Everyone wants to know the same thing when analyzing a business – what’s the profit?
Prospective business owners want to know a company’s earning potential. If analyzing a franchise, candidates should (and often do) ask existing franchisees how much money they’re making and what the financial viability of the system is.
Business owners want to know how much value they’re deriving from the company.
Investors, board members, franchisors and other interested parties want to know the operational efficiency of the business.
The problem is that determining “profit” isn’t as simple as looking at the bottom line of a P&L – especially when analyzing a private company like TGA Premier Junior Golf that is usually home-based with a single owner/operator. That’s because the P&L often includes a variety of benefits to the owner that are entered as expenses, such as an owner’s salary/draw, entertainment, etc.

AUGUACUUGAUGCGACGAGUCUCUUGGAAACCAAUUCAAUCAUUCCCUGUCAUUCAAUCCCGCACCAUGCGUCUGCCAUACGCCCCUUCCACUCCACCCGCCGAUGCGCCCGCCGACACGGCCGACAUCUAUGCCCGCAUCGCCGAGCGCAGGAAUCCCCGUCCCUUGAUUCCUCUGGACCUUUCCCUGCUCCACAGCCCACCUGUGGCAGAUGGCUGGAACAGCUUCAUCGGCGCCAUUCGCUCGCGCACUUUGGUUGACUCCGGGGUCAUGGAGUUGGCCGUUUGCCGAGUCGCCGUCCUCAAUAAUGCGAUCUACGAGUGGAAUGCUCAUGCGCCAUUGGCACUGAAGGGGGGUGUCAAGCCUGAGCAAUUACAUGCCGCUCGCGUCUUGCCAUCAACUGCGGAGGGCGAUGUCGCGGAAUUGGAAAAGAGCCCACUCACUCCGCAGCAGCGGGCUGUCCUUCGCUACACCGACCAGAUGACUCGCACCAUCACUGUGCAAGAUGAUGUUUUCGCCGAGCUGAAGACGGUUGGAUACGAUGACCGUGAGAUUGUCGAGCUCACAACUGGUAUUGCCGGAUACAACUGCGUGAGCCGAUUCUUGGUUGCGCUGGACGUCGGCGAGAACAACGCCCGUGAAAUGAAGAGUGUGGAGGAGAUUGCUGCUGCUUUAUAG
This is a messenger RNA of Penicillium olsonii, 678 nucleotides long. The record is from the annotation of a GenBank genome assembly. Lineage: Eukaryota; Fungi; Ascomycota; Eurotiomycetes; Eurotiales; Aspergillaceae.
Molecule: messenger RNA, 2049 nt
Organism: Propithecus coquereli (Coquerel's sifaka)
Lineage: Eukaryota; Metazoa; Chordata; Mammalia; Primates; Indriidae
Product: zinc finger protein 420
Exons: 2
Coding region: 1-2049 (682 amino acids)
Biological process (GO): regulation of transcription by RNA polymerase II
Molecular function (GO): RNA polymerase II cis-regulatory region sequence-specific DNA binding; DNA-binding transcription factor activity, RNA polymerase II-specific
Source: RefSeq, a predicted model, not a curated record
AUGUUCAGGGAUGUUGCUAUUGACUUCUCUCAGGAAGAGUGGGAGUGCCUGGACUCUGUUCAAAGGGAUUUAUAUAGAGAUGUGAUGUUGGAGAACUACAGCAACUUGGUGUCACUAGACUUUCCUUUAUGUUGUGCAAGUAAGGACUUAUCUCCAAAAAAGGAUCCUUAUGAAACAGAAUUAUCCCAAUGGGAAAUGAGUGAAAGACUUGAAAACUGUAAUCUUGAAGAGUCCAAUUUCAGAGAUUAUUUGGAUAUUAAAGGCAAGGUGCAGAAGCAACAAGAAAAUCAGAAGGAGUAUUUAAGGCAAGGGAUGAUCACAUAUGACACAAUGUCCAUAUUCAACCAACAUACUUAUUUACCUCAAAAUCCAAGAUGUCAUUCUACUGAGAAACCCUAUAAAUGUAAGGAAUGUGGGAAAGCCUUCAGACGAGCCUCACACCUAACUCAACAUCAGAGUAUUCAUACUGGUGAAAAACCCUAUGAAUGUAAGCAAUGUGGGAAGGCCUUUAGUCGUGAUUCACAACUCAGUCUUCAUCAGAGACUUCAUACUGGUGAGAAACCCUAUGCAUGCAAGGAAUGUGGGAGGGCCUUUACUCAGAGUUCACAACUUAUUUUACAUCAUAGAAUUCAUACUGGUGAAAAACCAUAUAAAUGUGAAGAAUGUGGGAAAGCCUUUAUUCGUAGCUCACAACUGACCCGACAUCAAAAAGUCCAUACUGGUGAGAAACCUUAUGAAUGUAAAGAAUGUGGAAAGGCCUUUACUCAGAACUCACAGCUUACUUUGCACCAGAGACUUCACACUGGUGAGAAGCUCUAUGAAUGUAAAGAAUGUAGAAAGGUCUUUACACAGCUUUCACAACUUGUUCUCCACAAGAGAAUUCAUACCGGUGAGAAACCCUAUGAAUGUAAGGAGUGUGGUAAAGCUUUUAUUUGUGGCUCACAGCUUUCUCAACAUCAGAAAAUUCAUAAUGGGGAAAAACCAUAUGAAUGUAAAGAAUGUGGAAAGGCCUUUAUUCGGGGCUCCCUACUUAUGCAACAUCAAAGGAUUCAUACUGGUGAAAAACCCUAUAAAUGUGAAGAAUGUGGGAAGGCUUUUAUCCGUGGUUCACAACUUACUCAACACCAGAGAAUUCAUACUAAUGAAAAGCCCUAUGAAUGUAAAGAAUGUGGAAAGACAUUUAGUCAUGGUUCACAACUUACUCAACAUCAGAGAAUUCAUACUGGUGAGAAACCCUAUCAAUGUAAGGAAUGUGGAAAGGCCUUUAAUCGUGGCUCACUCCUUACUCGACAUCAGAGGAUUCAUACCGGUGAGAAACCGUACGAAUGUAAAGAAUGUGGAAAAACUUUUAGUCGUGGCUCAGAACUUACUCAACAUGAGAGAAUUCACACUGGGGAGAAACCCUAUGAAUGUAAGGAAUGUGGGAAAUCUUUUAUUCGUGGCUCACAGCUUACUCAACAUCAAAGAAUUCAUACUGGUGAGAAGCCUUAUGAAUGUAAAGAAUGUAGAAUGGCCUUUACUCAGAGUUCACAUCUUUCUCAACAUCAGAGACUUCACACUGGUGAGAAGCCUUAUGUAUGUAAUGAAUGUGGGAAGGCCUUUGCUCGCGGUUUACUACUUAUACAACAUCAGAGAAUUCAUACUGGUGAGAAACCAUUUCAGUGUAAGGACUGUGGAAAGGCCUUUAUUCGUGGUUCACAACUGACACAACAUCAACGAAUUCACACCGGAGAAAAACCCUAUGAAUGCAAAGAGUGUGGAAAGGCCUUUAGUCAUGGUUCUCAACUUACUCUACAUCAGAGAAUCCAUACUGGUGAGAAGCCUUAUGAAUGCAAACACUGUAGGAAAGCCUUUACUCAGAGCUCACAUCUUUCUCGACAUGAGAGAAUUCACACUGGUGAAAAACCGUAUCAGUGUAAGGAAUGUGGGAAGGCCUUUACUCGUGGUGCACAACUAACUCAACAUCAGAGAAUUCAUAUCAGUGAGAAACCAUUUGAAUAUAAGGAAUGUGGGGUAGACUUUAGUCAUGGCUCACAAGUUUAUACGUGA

At a recent conference, I learned of a financial calculation from a fellow franchisor that solves this problem. It’s called “Owner’s Discretionary Income.” Here’s the equation:
company profit (Net Income line of the P&L)
+ owner’s salary (including draw, dividends, etc.)
+ fringe benefits (things you’d likely pay for out of your own paycheck if not a business owner)
= Owner’s Discretionary Income
This calculation tells you exactly how much value a business is delivering to its owner. It also tells you how well the business is functioning from an operational standpoint. That, in my opinion, makes it extremely relevant and important for business owners and prospective entrepreneurs alike.
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